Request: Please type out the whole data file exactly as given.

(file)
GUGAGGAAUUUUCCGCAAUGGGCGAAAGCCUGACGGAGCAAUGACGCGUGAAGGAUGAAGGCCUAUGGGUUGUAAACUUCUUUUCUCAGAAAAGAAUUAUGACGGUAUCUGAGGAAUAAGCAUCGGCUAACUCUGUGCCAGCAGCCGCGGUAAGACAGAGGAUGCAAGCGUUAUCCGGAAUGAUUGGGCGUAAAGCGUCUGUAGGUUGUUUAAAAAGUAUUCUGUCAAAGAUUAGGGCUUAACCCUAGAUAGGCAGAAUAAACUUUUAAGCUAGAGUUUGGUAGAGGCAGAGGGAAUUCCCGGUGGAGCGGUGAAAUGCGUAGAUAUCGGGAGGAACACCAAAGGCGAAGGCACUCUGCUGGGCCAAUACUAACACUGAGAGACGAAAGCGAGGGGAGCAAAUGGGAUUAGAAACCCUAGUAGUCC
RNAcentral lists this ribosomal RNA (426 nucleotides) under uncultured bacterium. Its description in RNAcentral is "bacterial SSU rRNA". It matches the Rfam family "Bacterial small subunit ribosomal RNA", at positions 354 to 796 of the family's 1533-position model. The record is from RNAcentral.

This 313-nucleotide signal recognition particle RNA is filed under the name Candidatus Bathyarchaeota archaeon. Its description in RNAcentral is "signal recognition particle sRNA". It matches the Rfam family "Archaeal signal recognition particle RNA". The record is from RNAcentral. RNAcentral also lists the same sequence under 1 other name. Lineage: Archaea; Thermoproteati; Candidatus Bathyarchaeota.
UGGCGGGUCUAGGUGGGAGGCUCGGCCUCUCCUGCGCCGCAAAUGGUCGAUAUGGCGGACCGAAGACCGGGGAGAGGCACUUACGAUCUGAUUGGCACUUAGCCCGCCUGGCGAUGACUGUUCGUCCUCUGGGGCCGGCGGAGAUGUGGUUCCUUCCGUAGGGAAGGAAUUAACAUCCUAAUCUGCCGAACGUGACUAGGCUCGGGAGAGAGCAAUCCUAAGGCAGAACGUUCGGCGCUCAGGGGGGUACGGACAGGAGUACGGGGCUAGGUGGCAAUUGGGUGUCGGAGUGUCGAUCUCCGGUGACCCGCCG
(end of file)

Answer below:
GUGAGGAAUUUUCCGCAAUGGGCGAAAGCCUGACGGAGCAAUGACGCGUGAAGGAUGAAGGCCUAUGGGUUGUAAACUUCUUUUCUCAGAAAAGAAUUAUGACGGUAUCUGAGGAAUAAGCAUCGGCUAACUCUGUGCCAGCAGCCGCGGUAAGACAGAGGAUGCAAGCGUUAUCCGGAAUGAUUGGGCGUAAAGCGUCUGUAGGUUGUUUAAAAAGUAUUCUGUCAAAGAUUAGGGCUUAACCCUAGAUAGGCAGAAUAAACUUUUAAGCUAGAGUUUGGUAGAGGCAGAGGGAAUUCCCGGUGGAGCGGUGAAAUGCGUAGAUAUCGGGAGGAACACCAAAGGCGAAGGCACUCUGCUGGGCCAAUACUAACACUGAGAGACGAAAGCGAGGGGAGCAAAUGGGAUUAGAAACCCUAGUAGUCC
RNAcentral lists this ribosomal RNA (426 nucleotides) under uncultured bacterium. Its description in RNAcentral is "bacterial SSU rRNA". It matches the Rfam family "Bacterial small subunit ribosomal RNA", at positions 354 to 796 of the family's 1533-position model. The record is from RNAcentral.

This 313-nucleotide signal recognition particle RNA is filed under the name Candidatus Bathyarchaeota archaeon. Its description in RNAcentral is "signal recognition particle sRNA". It matches the Rfam family "Archaeal signal recognition particle RNA". The record is from RNAcentral. RNAcentral also lists the same sequence under 1 other name. Lineage: Archaea; Thermoproteati; Candidatus Bathyarchaeota.
UGGCGGGUCUAGGUGGGAGGCUCGGCCUCUCCUGCGCCGCAAAUGGUCGAUAUGGCGGACCGAAGACCGGGGAGAGGCACUUACGAUCUGAUUGGCACUUAGCCCGCCUGGCGAUGACUGUUCGUCCUCUGGGGCCGGCGGAGAUGUGGUUCCUUCCGUAGGGAAGGAAUUAACAUCCUAAUCUGCCGAACGUGACUAGGCUCGGGAGAGAGCAAUCCUAAGGCAGAACGUUCGGCGCUCAGGGGGGUACGGACAGGAGUACGGGGCUAGGUGGCAAUUGGGUGUCGGAGUGUCGAUCUCCGGUGACCCGCCG